With both filings and closings falling, the Immigration Court backlog in December began inching back up, after small declines in October and November. As shown in Table 3, during December the backlog grew by 0.6 percent to 322,818 cases. While still slightly (-0.7 percent) below the historical backlog high reached in September 2012, the current backlog is still 8.5 percent higher than it was at the end of September 2011, and 22.8 percent higher than at the end of September 2010.
There is often month-to-month fluctuation in processing and wait times, but in general delays were up significantly over levels observed at the end of September 2012. The average number of days for cases to get resolved over this period are shown in Table 4. Cases resulting in removal orders took 262 days on average, one day longer than last month, and more than two additional months longer for decisions than at the end of September. Relief orders took over two years (852 days) on average in December, lower than in November, but 71 days longer than the average last year.
Further, unclosed cases now in the Court's backlog have already been waiting on average nearly a year and a half (545 days) and typically will need to wait considerably longer before they are resolved. Average wait times continue to creep upward each month.
Full details on the Court's backlog — by charge, state, nationality, Immigration Court and hearing location — can be viewed in TRAC's Immigration Court Backlog Tool, now also updated with data through December 2012.
Or, to view similar details on the processing times by outcome you can use TRAC's Processing Times by Outcome Tool also updated with data through December 2012. Separately tracked are the number as well as the average number of days taken to handle removals, voluntary departures, terminations, relief orders, and administrative closures.
December also saw just over one thousand new prosecutorial discretion (PD) closures of cases before the Immigration Courts, fewer than in any month since last April. It is too soon to tell whether this drop was due to a slackening in activity (with many individuals on vacation over the holidays) or a longer-term trend indicating the winding down of the program. Table 5 shows monthly figures since the program began.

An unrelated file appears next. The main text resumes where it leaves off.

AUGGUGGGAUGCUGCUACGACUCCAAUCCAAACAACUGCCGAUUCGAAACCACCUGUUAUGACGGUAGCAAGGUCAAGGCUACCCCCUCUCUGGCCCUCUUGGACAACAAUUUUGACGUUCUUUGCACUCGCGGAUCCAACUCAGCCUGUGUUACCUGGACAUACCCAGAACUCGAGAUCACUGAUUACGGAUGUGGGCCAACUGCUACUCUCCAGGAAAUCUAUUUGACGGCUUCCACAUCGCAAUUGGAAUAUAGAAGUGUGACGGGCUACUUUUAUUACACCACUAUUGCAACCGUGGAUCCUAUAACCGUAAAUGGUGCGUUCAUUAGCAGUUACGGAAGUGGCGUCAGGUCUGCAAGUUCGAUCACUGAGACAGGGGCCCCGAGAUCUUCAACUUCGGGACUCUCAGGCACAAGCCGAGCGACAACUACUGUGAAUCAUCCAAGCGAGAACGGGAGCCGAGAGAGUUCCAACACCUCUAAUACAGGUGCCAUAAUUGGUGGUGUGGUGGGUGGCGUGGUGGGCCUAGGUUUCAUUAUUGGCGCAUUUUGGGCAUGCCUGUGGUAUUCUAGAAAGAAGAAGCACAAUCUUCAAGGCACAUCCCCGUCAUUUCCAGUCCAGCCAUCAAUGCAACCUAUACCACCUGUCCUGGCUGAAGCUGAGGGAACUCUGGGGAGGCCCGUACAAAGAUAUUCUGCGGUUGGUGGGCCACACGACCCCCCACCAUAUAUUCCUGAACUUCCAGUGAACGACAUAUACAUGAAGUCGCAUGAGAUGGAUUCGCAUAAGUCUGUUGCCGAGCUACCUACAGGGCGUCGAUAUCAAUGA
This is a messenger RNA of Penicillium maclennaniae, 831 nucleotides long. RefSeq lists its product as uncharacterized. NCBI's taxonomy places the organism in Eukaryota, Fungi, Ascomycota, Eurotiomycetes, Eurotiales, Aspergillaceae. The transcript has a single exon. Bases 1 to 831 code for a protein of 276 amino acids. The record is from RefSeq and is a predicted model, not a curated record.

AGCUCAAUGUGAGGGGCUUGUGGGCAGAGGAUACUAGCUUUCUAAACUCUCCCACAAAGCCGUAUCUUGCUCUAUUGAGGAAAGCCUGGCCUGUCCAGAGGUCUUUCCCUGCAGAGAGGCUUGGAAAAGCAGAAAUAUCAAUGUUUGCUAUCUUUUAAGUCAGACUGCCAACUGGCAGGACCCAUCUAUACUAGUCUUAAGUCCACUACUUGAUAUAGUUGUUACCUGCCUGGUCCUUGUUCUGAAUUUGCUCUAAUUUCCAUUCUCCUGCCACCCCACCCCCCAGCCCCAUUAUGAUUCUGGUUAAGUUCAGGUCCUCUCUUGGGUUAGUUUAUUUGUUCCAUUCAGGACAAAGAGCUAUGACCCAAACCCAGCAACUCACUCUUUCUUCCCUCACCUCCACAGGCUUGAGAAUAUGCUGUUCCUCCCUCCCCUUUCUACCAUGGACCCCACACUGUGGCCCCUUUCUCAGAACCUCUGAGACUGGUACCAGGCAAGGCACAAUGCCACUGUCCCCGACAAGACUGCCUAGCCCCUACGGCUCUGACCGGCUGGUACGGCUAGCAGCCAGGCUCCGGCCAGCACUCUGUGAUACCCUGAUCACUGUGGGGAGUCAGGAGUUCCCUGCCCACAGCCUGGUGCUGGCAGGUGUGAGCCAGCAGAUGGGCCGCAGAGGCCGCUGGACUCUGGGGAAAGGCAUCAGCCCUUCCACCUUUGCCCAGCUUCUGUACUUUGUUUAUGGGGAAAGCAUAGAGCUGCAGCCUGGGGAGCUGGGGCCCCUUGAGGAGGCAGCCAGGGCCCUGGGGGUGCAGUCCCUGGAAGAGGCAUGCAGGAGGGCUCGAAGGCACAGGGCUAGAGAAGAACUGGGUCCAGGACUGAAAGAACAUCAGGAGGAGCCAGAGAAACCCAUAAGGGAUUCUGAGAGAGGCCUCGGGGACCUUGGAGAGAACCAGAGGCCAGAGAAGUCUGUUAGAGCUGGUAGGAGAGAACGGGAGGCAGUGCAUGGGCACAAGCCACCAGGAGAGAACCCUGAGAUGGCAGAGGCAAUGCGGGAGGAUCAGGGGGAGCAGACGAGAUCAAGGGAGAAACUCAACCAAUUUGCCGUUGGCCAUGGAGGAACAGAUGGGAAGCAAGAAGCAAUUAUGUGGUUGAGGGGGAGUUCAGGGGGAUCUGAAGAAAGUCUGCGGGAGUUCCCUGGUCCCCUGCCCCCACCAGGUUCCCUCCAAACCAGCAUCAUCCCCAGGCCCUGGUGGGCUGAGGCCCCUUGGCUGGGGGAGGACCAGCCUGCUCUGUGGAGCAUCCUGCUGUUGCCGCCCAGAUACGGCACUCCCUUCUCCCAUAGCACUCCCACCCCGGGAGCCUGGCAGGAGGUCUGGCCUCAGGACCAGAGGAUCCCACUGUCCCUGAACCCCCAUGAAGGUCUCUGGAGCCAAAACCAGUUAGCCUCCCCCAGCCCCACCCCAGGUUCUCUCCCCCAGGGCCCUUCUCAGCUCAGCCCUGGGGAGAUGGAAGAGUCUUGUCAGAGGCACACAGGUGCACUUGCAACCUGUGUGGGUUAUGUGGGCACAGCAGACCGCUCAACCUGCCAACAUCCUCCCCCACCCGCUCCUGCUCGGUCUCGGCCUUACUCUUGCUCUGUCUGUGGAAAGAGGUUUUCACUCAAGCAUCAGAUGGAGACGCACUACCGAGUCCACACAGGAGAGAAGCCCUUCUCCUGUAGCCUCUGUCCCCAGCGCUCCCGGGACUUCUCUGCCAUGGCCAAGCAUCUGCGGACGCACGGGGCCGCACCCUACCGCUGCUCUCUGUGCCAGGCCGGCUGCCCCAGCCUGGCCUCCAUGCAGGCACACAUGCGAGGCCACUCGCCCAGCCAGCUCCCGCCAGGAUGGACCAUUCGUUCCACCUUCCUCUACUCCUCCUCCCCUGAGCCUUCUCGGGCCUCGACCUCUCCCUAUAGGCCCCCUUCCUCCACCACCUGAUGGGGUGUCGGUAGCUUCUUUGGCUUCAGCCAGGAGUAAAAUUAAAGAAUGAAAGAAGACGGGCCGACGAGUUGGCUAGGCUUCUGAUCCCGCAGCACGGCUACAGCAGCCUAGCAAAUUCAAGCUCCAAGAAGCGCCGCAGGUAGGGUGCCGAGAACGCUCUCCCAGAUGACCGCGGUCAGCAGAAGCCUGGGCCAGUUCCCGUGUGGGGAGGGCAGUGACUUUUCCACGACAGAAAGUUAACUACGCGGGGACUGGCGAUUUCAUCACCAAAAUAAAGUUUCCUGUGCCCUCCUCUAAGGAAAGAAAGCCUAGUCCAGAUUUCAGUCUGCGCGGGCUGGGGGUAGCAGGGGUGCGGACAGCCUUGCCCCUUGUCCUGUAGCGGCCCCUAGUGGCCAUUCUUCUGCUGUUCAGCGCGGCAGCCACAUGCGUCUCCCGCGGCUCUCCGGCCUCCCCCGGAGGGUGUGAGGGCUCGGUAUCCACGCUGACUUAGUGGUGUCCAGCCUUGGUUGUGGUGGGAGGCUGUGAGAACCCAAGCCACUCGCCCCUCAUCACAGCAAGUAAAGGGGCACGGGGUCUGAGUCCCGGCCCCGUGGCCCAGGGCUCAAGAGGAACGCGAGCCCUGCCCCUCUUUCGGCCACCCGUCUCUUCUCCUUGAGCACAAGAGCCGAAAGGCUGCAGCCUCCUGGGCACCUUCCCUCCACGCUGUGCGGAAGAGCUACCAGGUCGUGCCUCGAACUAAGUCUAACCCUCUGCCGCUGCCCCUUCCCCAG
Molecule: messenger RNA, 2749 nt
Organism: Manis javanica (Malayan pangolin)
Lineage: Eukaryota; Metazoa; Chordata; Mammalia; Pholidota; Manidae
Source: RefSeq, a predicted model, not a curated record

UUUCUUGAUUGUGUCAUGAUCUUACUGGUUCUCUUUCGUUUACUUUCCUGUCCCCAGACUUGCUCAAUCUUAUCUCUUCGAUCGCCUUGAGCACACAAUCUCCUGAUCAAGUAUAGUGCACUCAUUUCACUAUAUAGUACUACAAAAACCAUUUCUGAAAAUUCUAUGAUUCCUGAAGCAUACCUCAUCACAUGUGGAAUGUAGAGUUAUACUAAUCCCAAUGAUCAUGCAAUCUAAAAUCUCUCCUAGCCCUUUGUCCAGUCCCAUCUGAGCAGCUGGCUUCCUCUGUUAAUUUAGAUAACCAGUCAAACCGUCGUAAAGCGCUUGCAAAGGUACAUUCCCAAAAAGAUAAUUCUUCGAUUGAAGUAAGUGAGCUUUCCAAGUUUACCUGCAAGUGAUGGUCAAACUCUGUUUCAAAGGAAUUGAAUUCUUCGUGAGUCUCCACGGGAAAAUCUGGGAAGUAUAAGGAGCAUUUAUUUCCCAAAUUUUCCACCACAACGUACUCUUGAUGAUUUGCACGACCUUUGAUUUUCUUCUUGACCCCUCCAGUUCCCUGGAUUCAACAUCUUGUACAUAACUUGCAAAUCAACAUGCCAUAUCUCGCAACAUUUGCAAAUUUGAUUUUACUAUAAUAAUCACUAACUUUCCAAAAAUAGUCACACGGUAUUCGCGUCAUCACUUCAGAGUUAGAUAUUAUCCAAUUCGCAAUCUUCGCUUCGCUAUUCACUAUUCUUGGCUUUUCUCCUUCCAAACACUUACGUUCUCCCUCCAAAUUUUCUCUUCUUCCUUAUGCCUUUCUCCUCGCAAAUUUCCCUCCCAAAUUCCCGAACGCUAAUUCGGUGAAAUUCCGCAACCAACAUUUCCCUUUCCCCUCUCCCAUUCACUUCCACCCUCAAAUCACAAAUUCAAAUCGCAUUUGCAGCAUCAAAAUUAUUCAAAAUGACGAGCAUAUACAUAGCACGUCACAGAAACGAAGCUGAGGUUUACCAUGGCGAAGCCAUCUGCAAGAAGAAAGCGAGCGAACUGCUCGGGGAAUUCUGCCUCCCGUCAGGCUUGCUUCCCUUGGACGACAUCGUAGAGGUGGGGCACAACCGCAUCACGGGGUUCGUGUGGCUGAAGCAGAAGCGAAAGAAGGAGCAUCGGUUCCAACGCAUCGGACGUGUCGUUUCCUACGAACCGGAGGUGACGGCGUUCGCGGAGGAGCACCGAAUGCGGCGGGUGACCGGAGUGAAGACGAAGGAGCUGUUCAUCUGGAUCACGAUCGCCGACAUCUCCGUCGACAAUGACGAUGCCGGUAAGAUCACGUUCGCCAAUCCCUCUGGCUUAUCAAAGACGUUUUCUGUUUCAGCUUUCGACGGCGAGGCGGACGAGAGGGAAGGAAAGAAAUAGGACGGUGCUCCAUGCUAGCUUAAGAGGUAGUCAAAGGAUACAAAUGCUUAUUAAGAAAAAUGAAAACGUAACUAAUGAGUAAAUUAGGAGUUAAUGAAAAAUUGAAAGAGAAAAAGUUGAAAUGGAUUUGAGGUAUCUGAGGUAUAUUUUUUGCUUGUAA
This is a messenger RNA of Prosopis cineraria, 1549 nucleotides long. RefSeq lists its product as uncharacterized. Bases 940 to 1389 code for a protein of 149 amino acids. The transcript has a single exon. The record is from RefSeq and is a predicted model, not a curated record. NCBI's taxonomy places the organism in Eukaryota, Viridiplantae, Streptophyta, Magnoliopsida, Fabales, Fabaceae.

Overall there were a cumulative 13,407 PD closures through the end of December, representing about 4.8 percent of the Court backlog.
It is taking a long time for PD closures to work their way through the system. As of the end of December, such closures were taking on average 885 days across all months the program has been in effect, rising an additional ten days this past month. This means that the latest closures are taking a particularly long time. For example, those closed just in December involved court filings from, on average, a full three years ago, or 1,011 days (see earlier Table 4).
The Los Angeles Immigration Court continues to lead the country with the largest number of closures under this program — 3,150, up from 2,761 at the end of November. The San Francisco Immigration Court continues in second place with 946 PD closures overall, up from 913 in November. The Denver Immigration Court is still in third place with 782 PD closures, rising from 759 in November. Compared in percentage terms, for those courts which had a backlog of at least a thousand pending cases, the San Diego Court led the nation with 18.8 percent of its backlog closed under the PD program. The Portland, Oregon Court was second with 15.1 percent of its backlog closed, while the Charlotte Court was third with 13.9 percent.
TRAC's Immigration Prosecutorial Discretion Court Closures Tool provides a detailed look at the cases for each court and hearing location with data updated through December 2012. The tool also provides prosecutorial discretion closures by type, as well as compared with each court's pending caseload.
Instructions on using some of TRAC's tools can be found in recorded webinars. Click on the link in the table below corresponding to the tool you would like demonstrated, and advance to the timestamp listed.